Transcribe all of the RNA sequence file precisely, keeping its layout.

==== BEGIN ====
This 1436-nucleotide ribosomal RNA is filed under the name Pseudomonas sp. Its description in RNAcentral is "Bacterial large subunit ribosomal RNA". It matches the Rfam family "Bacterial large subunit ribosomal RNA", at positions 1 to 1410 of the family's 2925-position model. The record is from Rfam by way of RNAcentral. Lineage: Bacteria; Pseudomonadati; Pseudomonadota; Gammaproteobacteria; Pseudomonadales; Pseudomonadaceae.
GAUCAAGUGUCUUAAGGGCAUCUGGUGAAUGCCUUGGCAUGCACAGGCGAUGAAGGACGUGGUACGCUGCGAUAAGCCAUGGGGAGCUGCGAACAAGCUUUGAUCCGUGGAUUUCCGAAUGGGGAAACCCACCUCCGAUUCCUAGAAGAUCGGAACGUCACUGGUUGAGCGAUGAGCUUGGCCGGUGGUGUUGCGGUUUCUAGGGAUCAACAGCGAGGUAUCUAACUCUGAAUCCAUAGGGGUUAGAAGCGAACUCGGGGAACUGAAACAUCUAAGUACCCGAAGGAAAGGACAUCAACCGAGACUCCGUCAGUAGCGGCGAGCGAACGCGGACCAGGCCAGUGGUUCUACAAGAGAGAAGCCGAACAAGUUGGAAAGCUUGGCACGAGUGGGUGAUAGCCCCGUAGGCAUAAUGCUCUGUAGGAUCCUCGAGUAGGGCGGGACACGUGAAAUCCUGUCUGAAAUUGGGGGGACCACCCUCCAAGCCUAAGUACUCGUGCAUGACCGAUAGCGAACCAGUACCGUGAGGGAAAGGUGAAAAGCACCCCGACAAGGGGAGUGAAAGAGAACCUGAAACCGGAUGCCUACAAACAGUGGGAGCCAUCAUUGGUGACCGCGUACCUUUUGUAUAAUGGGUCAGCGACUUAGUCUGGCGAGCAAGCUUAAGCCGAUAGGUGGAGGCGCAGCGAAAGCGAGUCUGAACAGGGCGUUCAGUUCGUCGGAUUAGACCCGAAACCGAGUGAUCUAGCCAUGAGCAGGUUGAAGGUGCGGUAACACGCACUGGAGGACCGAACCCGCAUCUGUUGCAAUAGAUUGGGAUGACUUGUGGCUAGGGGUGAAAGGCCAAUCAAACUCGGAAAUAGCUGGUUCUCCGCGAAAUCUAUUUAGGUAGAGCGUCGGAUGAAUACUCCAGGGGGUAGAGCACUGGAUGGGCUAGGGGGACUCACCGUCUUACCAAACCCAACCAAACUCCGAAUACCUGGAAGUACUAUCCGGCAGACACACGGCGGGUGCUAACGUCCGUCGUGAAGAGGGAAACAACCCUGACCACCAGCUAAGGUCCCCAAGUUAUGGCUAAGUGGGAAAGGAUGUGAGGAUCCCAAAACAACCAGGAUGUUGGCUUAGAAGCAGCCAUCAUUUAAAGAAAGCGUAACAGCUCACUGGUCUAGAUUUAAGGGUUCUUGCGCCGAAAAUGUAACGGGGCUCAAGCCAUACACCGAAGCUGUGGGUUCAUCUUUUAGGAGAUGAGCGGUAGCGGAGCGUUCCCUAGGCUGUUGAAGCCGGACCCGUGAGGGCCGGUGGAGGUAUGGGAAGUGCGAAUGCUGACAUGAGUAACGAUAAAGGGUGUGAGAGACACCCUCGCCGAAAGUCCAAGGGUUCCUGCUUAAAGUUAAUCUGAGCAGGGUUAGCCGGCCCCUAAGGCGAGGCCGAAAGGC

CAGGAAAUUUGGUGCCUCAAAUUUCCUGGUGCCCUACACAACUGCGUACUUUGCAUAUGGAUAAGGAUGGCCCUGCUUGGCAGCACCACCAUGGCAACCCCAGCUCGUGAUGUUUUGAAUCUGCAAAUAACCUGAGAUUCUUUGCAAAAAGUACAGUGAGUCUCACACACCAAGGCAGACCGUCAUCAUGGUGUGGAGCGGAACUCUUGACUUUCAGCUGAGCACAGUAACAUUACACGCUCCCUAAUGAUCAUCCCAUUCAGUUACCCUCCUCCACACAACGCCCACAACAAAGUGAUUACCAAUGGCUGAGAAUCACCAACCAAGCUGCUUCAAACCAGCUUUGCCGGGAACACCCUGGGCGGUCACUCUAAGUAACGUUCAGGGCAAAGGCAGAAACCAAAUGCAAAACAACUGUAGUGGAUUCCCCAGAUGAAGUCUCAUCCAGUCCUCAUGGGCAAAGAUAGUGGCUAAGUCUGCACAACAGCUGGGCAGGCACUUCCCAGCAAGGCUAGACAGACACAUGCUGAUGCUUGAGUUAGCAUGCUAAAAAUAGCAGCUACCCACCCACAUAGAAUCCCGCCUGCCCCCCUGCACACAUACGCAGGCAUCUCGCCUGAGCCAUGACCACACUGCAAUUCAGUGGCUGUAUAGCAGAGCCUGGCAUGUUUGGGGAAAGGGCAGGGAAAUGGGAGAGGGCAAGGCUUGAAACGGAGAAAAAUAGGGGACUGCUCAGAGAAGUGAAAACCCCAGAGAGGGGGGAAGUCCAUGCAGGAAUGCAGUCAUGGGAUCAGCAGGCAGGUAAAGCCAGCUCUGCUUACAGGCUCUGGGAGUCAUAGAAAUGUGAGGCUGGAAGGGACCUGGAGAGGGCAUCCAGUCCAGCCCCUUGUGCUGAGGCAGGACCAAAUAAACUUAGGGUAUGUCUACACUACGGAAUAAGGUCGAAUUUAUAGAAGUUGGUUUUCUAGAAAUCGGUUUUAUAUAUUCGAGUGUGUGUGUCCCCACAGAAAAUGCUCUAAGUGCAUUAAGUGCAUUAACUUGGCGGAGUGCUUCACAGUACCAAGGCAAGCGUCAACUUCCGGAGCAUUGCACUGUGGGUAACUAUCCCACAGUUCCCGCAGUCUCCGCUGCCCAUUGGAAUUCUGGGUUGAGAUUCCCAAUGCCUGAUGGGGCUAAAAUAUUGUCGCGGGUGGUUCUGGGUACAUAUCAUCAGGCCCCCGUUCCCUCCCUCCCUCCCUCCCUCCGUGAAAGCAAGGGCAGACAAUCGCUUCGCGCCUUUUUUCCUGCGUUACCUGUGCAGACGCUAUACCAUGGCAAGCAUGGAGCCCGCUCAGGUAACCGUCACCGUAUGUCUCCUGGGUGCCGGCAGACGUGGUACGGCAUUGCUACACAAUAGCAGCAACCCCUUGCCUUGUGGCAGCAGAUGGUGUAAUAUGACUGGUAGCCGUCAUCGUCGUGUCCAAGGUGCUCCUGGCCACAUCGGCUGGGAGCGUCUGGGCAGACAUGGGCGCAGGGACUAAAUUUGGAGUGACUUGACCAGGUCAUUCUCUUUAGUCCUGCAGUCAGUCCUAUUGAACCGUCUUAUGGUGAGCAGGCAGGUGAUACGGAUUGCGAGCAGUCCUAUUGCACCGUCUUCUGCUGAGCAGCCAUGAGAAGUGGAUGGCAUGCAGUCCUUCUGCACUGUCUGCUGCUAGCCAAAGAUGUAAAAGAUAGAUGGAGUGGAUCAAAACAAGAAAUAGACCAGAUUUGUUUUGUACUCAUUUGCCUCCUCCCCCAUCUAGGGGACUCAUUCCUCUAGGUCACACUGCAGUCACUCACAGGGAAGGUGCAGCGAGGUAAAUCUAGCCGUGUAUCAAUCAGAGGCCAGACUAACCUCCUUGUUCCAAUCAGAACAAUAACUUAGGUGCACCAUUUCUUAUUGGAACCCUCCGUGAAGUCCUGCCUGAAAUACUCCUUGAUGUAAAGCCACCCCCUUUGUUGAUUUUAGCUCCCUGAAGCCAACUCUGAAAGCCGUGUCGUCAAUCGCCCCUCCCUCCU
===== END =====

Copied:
This 1436-nucleotide ribosomal RNA is filed under the name Pseudomonas sp. Its description in RNAcentral is "Bacterial large subunit ribosomal RNA". It matches the Rfam family "Bacterial large subunit ribosomal RNA", at positions 1 to 1410 of the family's 2925-position model. The record is from Rfam by way of RNAcentral. Lineage: Bacteria; Pseudomonadati; Pseudomonadota; Gammaproteobacteria; Pseudomonadales; Pseudomonadaceae.
GAUCAAGUGUCUUAAGGGCAUCUGGUGAAUGCCUUGGCAUGCACAGGCGAUGAAGGACGUGGUACGCUGCGAUAAGCCAUGGGGAGCUGCGAACAAGCUUUGAUCCGUGGAUUUCCGAAUGGGGAAACCCACCUCCGAUUCCUAGAAGAUCGGAACGUCACUGGUUGAGCGAUGAGCUUGGCCGGUGGUGUUGCGGUUUCUAGGGAUCAACAGCGAGGUAUCUAACUCUGAAUCCAUAGGGGUUAGAAGCGAACUCGGGGAACUGAAACAUCUAAGUACCCGAAGGAAAGGACAUCAACCGAGACUCCGUCAGUAGCGGCGAGCGAACGCGGACCAGGCCAGUGGUUCUACAAGAGAGAAGCCGAACAAGUUGGAAAGCUUGGCACGAGUGGGUGAUAGCCCCGUAGGCAUAAUGCUCUGUAGGAUCCUCGAGUAGGGCGGGACACGUGAAAUCCUGUCUGAAAUUGGGGGGACCACCCUCCAAGCCUAAGUACUCGUGCAUGACCGAUAGCGAACCAGUACCGUGAGGGAAAGGUGAAAAGCACCCCGACAAGGGGAGUGAAAGAGAACCUGAAACCGGAUGCCUACAAACAGUGGGAGCCAUCAUUGGUGACCGCGUACCUUUUGUAUAAUGGGUCAGCGACUUAGUCUGGCGAGCAAGCUUAAGCCGAUAGGUGGAGGCGCAGCGAAAGCGAGUCUGAACAGGGCGUUCAGUUCGUCGGAUUAGACCCGAAACCGAGUGAUCUAGCCAUGAGCAGGUUGAAGGUGCGGUAACACGCACUGGAGGACCGAACCCGCAUCUGUUGCAAUAGAUUGGGAUGACUUGUGGCUAGGGGUGAAAGGCCAAUCAAACUCGGAAAUAGCUGGUUCUCCGCGAAAUCUAUUUAGGUAGAGCGUCGGAUGAAUACUCCAGGGGGUAGAGCACUGGAUGGGCUAGGGGGACUCACCGUCUUACCAAACCCAACCAAACUCCGAAUACCUGGAAGUACUAUCCGGCAGACACACGGCGGGUGCUAACGUCCGUCGUGAAGAGGGAAACAACCCUGACCACCAGCUAAGGUCCCCAAGUUAUGGCUAAGUGGGAAAGGAUGUGAGGAUCCCAAAACAACCAGGAUGUUGGCUUAGAAGCAGCCAUCAUUUAAAGAAAGCGUAACAGCUCACUGGUCUAGAUUUAAGGGUUCUUGCGCCGAAAAUGUAACGGGGCUCAAGCCAUACACCGAAGCUGUGGGUUCAUCUUUUAGGAGAUGAGCGGUAGCGGAGCGUUCCCUAGGCUGUUGAAGCCGGACCCGUGAGGGCCGGUGGAGGUAUGGGAAGUGCGAAUGCUGACAUGAGUAACGAUAAAGGGUGUGAGAGACACCCUCGCCGAAAGUCCAAGGGUUCCUGCUUAAAGUUAAUCUGAGCAGGGUUAGCCGGCCCCUAAGGCGAGGCCGAAAGGC

CAGGAAAUUUGGUGCCUCAAAUUUCCUGGUGCCCUACACAACUGCGUACUUUGCAUAUGGAUAAGGAUGGCCCUGCUUGGCAGCACCACCAUGGCAACCCCAGCUCGUGAUGUUUUGAAUCUGCAAAUAACCUGAGAUUCUUUGCAAAAAGUACAGUGAGUCUCACACACCAAGGCAGACCGUCAUCAUGGUGUGGAGCGGAACUCUUGACUUUCAGCUGAGCACAGUAACAUUACACGCUCCCUAAUGAUCAUCCCAUUCAGUUACCCUCCUCCACACAACGCCCACAACAAAGUGAUUACCAAUGGCUGAGAAUCACCAACCAAGCUGCUUCAAACCAGCUUUGCCGGGAACACCCUGGGCGGUCACUCUAAGUAACGUUCAGGGCAAAGGCAGAAACCAAAUGCAAAACAACUGUAGUGGAUUCCCCAGAUGAAGUCUCAUCCAGUCCUCAUGGGCAAAGAUAGUGGCUAAGUCUGCACAACAGCUGGGCAGGCACUUCCCAGCAAGGCUAGACAGACACAUGCUGAUGCUUGAGUUAGCAUGCUAAAAAUAGCAGCUACCCACCCACAUAGAAUCCCGCCUGCCCCCCUGCACACAUACGCAGGCAUCUCGCCUGAGCCAUGACCACACUGCAAUUCAGUGGCUGUAUAGCAGAGCCUGGCAUGUUUGGGGAAAGGGCAGGGAAAUGGGAGAGGGCAAGGCUUGAAACGGAGAAAAAUAGGGGACUGCUCAGAGAAGUGAAAACCCCAGAGAGGGGGGAAGUCCAUGCAGGAAUGCAGUCAUGGGAUCAGCAGGCAGGUAAAGCCAGCUCUGCUUACAGGCUCUGGGAGUCAUAGAAAUGUGAGGCUGGAAGGGACCUGGAGAGGGCAUCCAGUCCAGCCCCUUGUGCUGAGGCAGGACCAAAUAAACUUAGGGUAUGUCUACACUACGGAAUAAGGUCGAAUUUAUAGAAGUUGGUUUUCUAGAAAUCGGUUUUAUAUAUUCGAGUGUGUGUGUCCCCACAGAAAAUGCUCUAAGUGCAUUAAGUGCAUUAACUUGGCGGAGUGCUUCACAGUACCAAGGCAAGCGUCAACUUCCGGAGCAUUGCACUGUGGGUAACUAUCCCACAGUUCCCGCAGUCUCCGCUGCCCAUUGGAAUUCUGGGUUGAGAUUCCCAAUGCCUGAUGGGGCUAAAAUAUUGUCGCGGGUGGUUCUGGGUACAUAUCAUCAGGCCCCCGUUCCCUCCCUCCCUCCCUCCCUCCGUGAAAGCAAGGGCAGACAAUCGCUUCGCGCCUUUUUUCCUGCGUUACCUGUGCAGACGCUAUACCAUGGCAAGCAUGGAGCCCGCUCAGGUAACCGUCACCGUAUGUCUCCUGGGUGCCGGCAGACGUGGUACGGCAUUGCUACACAAUAGCAGCAACCCCUUGCCUUGUGGCAGCAGAUGGUGUAAUAUGACUGGUAGCCGUCAUCGUCGUGUCCAAGGUGCUCCUGGCCACAUCGGCUGGGAGCGUCUGGGCAGACAUGGGCGCAGGGACUAAAUUUGGAGUGACUUGACCAGGUCAUUCUCUUUAGUCCUGCAGUCAGUCCUAUUGAACCGUCUUAUGGUGAGCAGGCAGGUGAUACGGAUUGCGAGCAGUCCUAUUGCACCGUCUUCUGCUGAGCAGCCAUGAGAAGUGGAUGGCAUGCAGUCCUUCUGCACUGUCUGCUGCUAGCCAAAGAUGUAAAAGAUAGAUGGAGUGGAUCAAAACAAGAAAUAGACCAGAUUUGUUUUGUACUCAUUUGCCUCCUCCCCCAUCUAGGGGACUCAUUCCUCUAGGUCACACUGCAGUCACUCACAGGGAAGGUGCAGCGAGGUAAAUCUAGCCGUGUAUCAAUCAGAGGCCAGACUAACCUCCUUGUUCCAAUCAGAACAAUAACUUAGGUGCACCAUUUCUUAUUGGAACCCUCCGUGAAGUCCUGCCUGAAAUACUCCUUGAUGUAAAGCCACCCCCUUUGUUGAUUUUAGCUCCCUGAAGCCAACUCUGAAAGCCGUGUCGUCAAUCGCCCCUCCCUCCU